The Fault that Lies Within Our Contract Law

Let’s continue the discussion regarding rules of fault in contract law.  This series is from a law review article written by Professor George M. Cohen, who first notes that:

“The economic justification starts from the same premise as the traditionalist justification – that courts should enforce agreements according to the parties’ mutual intentions.  [Thus,] the strict liability paradigm permeates classical contract law.  Usually, however, the explicit label ‘strict liability’ appears only in connection with the doctrines of performance and breach.”

Prof Cohen is absolutely correct on this count.  Considering the three time frames in a contract – formation, performance, and breach – issues of “fault” really make sense only in connection with performance and breach.

Prof. Cohen continues.  “Under these doctrines, failure in any way to perform a contract breaches the contract, and subjects the breaching party to liability, regardless of fault.  The paradigmatic case is a seller who delivers goods that fail in any respect to conform to the contract.”

“An aggrieved party who can prove breach is entitled to compensation, which contract law generally defines as protecting the expectation interest.  In short, the reason for nonperformance does not matter.”

Southern France

Yet, in contract law, sometimes it does.  It can depend on the relationship of the parties.  “A traditionalist justification of strict liability must defend the proposition that the parties generally intend that the reason for nonperformance does not matter.  That proposition is, however, contestable, as discussed below.”

Prof. Cohen wants to look to intent, not to the relationship of the parties.  He explains that, “Under both the traditionalist and economic justifications, the argument for strict liability is stronger if mutual intent is easily determined and clearly distinguishable from fault.”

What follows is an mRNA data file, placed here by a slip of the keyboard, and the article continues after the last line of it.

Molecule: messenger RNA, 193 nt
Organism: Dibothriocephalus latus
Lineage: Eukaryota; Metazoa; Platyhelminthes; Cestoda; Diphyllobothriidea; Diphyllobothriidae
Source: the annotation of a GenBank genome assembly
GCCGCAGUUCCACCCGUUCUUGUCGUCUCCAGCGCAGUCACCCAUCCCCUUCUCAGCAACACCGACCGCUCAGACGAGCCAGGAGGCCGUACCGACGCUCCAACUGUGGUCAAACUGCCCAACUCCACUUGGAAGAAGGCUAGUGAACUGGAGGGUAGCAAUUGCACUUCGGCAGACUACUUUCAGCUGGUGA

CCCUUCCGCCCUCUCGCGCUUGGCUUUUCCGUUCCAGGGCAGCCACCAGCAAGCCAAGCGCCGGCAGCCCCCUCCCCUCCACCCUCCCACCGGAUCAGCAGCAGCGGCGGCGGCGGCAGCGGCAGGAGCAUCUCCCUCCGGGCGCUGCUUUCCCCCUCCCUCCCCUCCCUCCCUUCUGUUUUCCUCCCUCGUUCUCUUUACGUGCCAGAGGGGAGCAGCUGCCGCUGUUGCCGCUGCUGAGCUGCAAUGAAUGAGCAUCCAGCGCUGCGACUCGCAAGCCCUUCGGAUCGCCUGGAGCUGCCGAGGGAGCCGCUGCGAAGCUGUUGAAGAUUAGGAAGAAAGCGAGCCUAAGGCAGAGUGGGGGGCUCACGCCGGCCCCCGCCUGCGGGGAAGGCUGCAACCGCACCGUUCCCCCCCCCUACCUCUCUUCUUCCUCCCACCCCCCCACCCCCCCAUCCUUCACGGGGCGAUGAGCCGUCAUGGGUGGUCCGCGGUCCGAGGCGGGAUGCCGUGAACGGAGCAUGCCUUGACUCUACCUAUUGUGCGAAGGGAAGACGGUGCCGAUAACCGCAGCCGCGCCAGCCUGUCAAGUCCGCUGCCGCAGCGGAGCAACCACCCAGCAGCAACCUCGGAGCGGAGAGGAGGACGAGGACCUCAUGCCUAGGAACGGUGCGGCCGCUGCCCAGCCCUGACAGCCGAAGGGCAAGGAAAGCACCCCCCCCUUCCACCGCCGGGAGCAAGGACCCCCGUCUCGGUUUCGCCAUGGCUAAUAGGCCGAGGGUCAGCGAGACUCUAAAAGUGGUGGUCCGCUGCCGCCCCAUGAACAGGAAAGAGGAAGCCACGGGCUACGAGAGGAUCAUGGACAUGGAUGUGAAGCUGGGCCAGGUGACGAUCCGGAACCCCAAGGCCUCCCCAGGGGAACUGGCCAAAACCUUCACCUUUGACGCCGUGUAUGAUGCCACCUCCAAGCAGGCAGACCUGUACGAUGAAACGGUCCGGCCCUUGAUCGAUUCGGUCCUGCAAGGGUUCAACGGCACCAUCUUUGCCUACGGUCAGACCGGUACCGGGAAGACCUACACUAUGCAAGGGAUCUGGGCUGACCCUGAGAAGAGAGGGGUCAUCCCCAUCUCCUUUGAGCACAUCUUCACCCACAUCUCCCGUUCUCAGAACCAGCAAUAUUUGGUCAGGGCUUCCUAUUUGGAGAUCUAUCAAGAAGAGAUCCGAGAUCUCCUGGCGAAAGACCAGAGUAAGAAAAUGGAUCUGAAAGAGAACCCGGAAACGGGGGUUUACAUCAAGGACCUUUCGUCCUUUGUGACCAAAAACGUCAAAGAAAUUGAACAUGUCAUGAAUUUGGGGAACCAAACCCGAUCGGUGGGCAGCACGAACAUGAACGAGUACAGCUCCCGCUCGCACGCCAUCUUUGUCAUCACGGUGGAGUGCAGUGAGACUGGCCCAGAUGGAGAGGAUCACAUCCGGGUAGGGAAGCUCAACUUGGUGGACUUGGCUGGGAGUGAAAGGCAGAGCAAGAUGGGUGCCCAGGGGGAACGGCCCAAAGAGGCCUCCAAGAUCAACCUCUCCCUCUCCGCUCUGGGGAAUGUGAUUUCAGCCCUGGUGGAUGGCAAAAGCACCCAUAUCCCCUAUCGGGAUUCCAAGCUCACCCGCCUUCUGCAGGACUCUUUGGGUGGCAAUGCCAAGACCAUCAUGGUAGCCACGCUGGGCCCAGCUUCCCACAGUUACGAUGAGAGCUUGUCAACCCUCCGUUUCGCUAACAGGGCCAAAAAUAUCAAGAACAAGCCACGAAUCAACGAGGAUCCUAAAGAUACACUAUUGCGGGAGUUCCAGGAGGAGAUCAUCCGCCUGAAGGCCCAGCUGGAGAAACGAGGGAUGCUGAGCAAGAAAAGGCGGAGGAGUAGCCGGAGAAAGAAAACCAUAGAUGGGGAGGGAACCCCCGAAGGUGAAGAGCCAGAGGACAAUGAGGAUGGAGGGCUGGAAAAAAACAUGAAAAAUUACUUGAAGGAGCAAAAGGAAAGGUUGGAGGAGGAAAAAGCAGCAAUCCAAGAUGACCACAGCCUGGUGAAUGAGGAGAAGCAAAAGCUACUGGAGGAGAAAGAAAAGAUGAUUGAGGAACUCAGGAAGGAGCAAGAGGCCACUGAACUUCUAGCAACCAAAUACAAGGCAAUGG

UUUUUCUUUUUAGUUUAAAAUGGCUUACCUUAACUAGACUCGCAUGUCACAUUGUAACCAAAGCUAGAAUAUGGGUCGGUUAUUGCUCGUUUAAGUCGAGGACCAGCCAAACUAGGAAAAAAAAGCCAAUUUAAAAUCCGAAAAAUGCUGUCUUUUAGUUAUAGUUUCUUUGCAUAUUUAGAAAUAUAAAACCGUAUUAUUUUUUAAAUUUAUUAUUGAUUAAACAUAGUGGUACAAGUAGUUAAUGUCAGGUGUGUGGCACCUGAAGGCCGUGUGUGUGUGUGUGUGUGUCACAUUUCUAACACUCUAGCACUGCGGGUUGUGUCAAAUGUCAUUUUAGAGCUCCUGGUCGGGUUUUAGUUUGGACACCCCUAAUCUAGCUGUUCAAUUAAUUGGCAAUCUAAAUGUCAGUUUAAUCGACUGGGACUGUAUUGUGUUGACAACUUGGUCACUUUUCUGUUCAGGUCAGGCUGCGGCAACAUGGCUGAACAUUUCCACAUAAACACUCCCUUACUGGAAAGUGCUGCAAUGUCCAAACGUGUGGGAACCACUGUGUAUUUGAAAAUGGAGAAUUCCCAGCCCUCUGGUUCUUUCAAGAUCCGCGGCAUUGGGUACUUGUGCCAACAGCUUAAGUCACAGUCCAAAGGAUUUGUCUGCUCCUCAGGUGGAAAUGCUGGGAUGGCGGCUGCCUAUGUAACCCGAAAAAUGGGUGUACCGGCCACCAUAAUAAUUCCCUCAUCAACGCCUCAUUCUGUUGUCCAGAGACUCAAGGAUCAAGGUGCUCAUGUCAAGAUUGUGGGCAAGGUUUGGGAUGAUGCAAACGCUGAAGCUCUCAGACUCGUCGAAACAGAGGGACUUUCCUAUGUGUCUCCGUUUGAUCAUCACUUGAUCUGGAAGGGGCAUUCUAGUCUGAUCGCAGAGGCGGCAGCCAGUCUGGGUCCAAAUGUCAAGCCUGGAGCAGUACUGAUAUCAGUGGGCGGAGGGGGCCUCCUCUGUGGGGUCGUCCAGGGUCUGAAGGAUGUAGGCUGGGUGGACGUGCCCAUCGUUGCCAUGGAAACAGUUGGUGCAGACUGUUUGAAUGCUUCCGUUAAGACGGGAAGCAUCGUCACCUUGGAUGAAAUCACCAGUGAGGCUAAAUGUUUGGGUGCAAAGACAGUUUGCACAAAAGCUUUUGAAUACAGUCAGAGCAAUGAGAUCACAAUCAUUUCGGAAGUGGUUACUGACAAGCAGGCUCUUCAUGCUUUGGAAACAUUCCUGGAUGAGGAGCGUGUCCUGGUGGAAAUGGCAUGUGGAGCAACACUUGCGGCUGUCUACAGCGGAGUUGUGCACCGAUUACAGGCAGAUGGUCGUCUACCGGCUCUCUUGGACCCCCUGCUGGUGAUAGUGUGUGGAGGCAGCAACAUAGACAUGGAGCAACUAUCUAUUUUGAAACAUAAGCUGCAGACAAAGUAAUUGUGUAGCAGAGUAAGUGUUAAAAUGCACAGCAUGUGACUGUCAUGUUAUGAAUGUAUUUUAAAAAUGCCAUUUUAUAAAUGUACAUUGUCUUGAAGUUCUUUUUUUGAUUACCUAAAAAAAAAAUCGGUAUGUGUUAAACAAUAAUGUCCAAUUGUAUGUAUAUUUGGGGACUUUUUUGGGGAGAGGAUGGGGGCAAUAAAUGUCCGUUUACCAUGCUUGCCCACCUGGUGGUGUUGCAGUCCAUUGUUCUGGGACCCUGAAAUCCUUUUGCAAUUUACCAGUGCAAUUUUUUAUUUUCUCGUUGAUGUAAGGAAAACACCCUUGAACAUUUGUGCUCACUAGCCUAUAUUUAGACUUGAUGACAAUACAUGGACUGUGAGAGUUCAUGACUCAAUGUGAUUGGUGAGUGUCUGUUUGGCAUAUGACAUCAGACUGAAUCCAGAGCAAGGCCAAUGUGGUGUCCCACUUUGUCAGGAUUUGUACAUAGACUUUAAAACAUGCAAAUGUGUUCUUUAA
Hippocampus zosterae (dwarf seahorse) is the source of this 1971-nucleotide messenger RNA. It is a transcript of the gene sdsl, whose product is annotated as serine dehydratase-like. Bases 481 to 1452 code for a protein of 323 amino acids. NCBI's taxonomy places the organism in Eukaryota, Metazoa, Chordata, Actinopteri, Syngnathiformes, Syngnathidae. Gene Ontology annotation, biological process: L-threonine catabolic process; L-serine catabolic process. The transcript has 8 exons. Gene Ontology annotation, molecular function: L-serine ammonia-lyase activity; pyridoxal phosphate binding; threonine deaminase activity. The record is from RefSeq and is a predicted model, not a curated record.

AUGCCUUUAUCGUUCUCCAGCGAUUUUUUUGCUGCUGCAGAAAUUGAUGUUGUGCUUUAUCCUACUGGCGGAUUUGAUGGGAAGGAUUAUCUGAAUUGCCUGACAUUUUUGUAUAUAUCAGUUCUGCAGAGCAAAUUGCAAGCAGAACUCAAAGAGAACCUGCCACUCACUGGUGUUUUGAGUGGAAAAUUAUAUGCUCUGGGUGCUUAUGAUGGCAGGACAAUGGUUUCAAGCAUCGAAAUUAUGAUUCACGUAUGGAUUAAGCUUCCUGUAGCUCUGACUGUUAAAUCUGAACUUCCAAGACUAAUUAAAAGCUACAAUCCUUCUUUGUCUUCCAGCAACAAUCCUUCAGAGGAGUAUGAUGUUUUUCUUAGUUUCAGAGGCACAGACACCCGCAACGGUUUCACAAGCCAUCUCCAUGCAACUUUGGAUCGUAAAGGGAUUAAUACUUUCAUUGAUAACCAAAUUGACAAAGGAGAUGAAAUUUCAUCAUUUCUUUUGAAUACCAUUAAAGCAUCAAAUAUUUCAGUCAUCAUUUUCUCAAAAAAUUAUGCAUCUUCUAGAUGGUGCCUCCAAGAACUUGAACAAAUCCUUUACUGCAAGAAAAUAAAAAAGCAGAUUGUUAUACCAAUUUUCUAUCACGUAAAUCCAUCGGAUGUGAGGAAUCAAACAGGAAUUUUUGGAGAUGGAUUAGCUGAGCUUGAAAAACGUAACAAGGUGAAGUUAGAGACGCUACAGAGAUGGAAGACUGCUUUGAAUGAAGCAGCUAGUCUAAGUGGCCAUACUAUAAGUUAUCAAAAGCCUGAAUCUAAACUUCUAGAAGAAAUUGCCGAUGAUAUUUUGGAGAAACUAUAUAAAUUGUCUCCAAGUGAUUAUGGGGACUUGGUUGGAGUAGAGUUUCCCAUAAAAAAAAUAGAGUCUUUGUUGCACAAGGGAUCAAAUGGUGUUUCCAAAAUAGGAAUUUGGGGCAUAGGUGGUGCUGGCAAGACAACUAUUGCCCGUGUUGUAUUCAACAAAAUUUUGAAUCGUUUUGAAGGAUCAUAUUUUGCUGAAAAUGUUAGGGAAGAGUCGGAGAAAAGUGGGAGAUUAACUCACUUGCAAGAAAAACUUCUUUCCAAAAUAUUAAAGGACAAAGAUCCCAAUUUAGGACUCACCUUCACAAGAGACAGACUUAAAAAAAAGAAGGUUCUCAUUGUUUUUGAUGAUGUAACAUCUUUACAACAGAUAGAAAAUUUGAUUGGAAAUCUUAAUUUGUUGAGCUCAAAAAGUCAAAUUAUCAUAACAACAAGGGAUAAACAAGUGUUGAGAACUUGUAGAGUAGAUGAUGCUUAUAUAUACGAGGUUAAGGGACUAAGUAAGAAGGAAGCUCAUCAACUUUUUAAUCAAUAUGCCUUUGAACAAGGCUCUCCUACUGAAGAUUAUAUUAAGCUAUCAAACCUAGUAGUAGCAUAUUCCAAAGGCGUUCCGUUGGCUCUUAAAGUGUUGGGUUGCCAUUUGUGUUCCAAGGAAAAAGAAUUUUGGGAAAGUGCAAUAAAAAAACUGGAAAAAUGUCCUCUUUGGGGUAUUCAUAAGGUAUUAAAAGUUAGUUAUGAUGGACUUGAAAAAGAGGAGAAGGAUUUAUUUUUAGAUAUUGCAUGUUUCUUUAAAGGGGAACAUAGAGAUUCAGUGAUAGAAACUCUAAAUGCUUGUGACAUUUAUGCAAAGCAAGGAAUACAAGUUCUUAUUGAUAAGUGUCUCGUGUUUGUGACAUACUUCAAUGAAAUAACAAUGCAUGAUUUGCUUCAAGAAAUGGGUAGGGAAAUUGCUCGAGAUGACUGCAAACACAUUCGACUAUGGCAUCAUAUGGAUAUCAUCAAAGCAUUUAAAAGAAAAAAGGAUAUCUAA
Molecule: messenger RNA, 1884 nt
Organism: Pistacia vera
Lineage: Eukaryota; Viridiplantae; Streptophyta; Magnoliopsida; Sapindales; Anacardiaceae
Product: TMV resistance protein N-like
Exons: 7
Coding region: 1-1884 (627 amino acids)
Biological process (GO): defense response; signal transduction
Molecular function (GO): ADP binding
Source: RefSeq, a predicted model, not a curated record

He warns that, “Adopting a fault-based system of contract law in those circumstances would lead to illegitimate social judgments by courts on the traditionalist view, and result in inefficient contracting around or failures to contract on the economic view.”

When, then should fault be considered?  “Determining disputed mutual intent is inherently uncertain.  Mutual intent is an ideal.  Contracting parties attempt to express mutual intent, often in writing, but do so imperfectly.  Contracts are largely a set of private rules, and all rules require interpretation, stories that explain their meaning in a particular situation.”

Now we return to relationships and their unfair exploitation.  “As unanticipated situations arise, disputes requiring interpretation inevitably occur.  The objective theory presumes that when one party manifests some intent and then later asserts a different intent, either he negligently or intentionally misled the other party originally, or is acting opportunistically now.”

Here follows a tremendous observation.  “Parties generally resolve these disputes on their own, often driven by reputational concerns.  When these efforts fail, they bring their disputes to court.  In litigated cases, the parties typically contest the requirements of mutual intent . . . But the uncertainty of intent blurs this dichotomy.  When intent is uncertain, fault can help inform intent in a variety of ways.  Most obviously, parties may expressly use fault concepts in their contracts, such as best efforts and good faith clauses, which essentially invite courts to make fault-based judgments in the event of a dispute.”

Prof. Cohen concludes by noting that, “With respect to contract damages, I have previously argued that the choice among different measures of damages (expectation, reliance, and restitution), as well as the limitations on expectation damages, are best understood as doctrines enabling courts to make relative fault assessments.  In fact, damages doctrines are best suited to dividing liability when both parties are at fault.  In light of this crucial role of damages in facilitating relative fault assessments, the resistance of courts to ‘penalty clauses,’ which preclude such assessments, is eminently sensible, despite the continued objection of many economic scholars.”

(George M. Cohen, The Fault that Lies Within Our Contract Law, in Michigan Law Review (June 2009), Vol. 107, No. 8, p. 1445.)